Youth Inc.

CEO at 27...WTF?

Exactly. Rajiv Mehta recounts his highs and lows of taking over as the Puma chief

Nilotpal Baruah

It was a muggy June morning in 2005. At Mumbai’s Renaissance Hotel, 27-year-old Rajiv Mehta gave his presentation the once-over before making his way to a conference room. The freshly minted MBA from Singapore’s INSEAD had been a little perplexed ever since a headhunter had set up this meeting. Over the next couple of hours, the fresh-faced youngster was grilled by Martyn Bowen, Puma’s general manager for Eastern Europe, West Asia and Africa. Bowen, an Oxford University alumnus, said Puma was seriously considering a joint venture with Pantaloon. Mehta was quick to retort that it was a bad idea since Puma was an aspirational brand while Pantaloon was “really middle of the road.” Bowen heard him out but said little. 

Seven years after that meeting, Mehta, MD of Puma India since, speaks proudly of the entrepreneurial spirit at his organisation. “We are expected to show a lot of initiative here,” says the now 34-year-old. “It’s a pretty tightly run place.” In his years leading the iconic sports brand’s India run, Mehta has grown Puma India from a ₹21 crore company in 2006 to its ₹350 crore presence in the subcontinent, a CAGR of 75.5%. 

 Age no bar

Mehta says sheer intuition guided a lot of his initial decisions. “Bowen has always been a firm believer in the philosophy of following your gut,” he says. “When we started off, I had a feeling that the low-end of the market may not work for us. My gut told me the big money was the funky end. We eventually went for both options. After 2-3 years, the low-end was not working and it was the funky end that worked.” 

But, often, he simply wasn’t taken seriously. “Around the end of 2005, I remember meeting a retailer who was at least 15 years older than me,” he says. “When I showed him some product samples, he did not seem interested at all. When I persisted, he lost his cool and said, ‘Yeh brand toh chalegi nahin. Pata nahin kahaan se bachcha log aate hain. Kuch samajhte nahin’ (This brand will not work. Don’t know where these kids come from. They can’t understand a damn thing). That was really awful to hear, but it also made me a very determined person.”

At another crucial meeting in Delhi that had Bowen sitting in, the supplier kept talking to Bowen, thinking Mehta was a junior level executive. But Bowen kept referring to Mehta on important issues and the supplier couldn’t keep quiet any longer. “Why are you talking to him?” he asked Bowen, who smiled and calmly told him the “boy” was Puma India’s managing director. Profuse apologies and laughter followed. “It was quite a comical situation,” Mehta says with a disarming smile.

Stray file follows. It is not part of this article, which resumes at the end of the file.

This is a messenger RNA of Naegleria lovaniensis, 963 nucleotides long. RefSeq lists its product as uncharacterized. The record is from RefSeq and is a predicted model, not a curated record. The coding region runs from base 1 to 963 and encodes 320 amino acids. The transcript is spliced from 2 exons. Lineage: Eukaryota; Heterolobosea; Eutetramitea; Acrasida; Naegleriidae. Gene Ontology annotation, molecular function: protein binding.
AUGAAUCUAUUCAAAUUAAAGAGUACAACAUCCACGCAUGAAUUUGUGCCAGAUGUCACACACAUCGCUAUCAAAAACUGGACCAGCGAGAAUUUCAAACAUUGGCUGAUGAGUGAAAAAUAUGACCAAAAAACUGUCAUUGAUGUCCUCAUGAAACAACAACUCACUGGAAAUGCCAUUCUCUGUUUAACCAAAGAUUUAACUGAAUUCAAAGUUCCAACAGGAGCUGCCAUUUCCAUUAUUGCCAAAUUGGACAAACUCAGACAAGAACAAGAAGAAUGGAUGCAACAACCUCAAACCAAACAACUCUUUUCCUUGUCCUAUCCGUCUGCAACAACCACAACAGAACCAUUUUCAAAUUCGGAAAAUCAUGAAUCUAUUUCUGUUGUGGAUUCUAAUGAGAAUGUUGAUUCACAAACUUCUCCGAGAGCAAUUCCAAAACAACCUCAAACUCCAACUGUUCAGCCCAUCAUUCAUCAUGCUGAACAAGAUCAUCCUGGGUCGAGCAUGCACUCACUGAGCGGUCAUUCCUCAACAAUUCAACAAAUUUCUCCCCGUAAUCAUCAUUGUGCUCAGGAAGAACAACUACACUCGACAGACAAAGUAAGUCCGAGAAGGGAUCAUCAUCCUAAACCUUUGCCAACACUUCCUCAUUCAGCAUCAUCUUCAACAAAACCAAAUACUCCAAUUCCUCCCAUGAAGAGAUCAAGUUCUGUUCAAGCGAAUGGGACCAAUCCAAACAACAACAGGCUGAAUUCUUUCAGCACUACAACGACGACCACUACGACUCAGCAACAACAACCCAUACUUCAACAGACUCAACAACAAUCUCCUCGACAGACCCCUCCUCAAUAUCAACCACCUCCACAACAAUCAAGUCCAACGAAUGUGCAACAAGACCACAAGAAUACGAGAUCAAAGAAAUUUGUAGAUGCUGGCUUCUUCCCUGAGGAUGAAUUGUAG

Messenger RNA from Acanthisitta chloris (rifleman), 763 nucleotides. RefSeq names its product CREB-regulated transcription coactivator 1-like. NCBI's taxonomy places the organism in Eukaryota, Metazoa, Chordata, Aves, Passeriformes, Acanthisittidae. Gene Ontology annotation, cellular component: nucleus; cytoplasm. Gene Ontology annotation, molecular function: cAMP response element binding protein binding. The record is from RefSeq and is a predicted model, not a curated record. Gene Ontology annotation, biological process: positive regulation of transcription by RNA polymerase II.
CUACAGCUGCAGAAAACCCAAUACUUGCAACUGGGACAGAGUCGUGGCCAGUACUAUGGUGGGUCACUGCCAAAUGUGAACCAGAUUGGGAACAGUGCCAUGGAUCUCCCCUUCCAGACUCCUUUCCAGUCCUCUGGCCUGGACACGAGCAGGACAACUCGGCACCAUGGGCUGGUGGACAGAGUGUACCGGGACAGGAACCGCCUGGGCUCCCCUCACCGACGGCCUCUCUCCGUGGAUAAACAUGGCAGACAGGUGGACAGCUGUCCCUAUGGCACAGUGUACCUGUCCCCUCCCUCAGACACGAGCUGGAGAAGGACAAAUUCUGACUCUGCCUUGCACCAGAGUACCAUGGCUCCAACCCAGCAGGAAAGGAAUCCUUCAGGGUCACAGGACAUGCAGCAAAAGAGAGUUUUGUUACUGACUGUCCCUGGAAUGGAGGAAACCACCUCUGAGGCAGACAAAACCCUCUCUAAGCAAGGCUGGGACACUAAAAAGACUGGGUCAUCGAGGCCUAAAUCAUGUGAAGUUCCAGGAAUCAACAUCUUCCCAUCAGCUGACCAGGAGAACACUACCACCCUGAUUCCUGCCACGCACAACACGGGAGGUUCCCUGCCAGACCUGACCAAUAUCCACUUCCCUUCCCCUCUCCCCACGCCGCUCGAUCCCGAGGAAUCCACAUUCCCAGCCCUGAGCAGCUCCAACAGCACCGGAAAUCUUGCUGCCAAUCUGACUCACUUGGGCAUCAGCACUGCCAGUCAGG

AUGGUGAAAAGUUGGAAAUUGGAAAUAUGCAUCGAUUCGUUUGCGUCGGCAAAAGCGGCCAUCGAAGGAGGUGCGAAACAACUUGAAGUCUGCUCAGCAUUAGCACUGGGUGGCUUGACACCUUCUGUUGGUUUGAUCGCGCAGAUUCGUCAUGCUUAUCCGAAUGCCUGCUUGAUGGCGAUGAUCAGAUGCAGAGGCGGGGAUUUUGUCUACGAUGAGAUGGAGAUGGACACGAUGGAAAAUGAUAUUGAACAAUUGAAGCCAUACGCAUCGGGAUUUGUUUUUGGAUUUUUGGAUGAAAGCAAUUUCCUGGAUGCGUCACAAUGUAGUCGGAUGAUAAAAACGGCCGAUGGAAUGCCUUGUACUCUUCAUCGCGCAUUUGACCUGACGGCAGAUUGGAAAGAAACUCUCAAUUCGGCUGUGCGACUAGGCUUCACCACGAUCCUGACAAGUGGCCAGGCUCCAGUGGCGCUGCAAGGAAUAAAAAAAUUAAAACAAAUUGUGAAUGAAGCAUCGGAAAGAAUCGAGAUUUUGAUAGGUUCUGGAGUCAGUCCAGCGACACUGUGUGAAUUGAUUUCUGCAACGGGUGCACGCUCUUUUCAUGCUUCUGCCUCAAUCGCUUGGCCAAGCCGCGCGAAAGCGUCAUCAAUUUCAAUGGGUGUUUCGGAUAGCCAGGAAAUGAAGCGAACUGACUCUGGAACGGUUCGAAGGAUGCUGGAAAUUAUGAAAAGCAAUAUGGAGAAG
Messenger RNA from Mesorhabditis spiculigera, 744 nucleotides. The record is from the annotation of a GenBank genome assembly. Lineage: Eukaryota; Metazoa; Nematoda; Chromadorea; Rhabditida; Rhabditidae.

In fact, the average age of Puma India’s 200 employees is barely 30 and Mehta’s second-in-command, executive director (sales and retail), Abhishek Ganguly, is also 1978-born. “It lends itself to a lot of democratic discussion and a very free exchange of views and opinions,” Mehta figures. “Everyone can pretty much express whatever they feel.” The buck, though, stops with him. “I think it’s important for me to decide but that does not mean I’m right all the time. Like I thought Commercial Street in Bangalore was a great location for a retail store but it didn’t work and we had to close it down.”

 Getting there 

It certainly helped that Puma was a strong global brand and it wasn’t a completely unfamiliar name in India. “This was, in fact, Puma's third entry (there were earlier joint ventures with Carona and Planet Sports),” recalls Mehta. “I can say it was relatively simple since the designs were in place, which meant we had products that could be quickly launched." But he says it was also difficult at the same time because India was and is a complex market. "We had to work quite hard to understand how to execute sales and marketing strategies.” 

Puma’s first India consumer research study is currently underway. Some lessons, though, need no learning. “When I deal with juniors in the organisation, I make sure I listen to their point of view,” says the guy who is finally nudging towards the age his boss originally had in mind for his job. “I keep telling myself there was a time when I was 27.”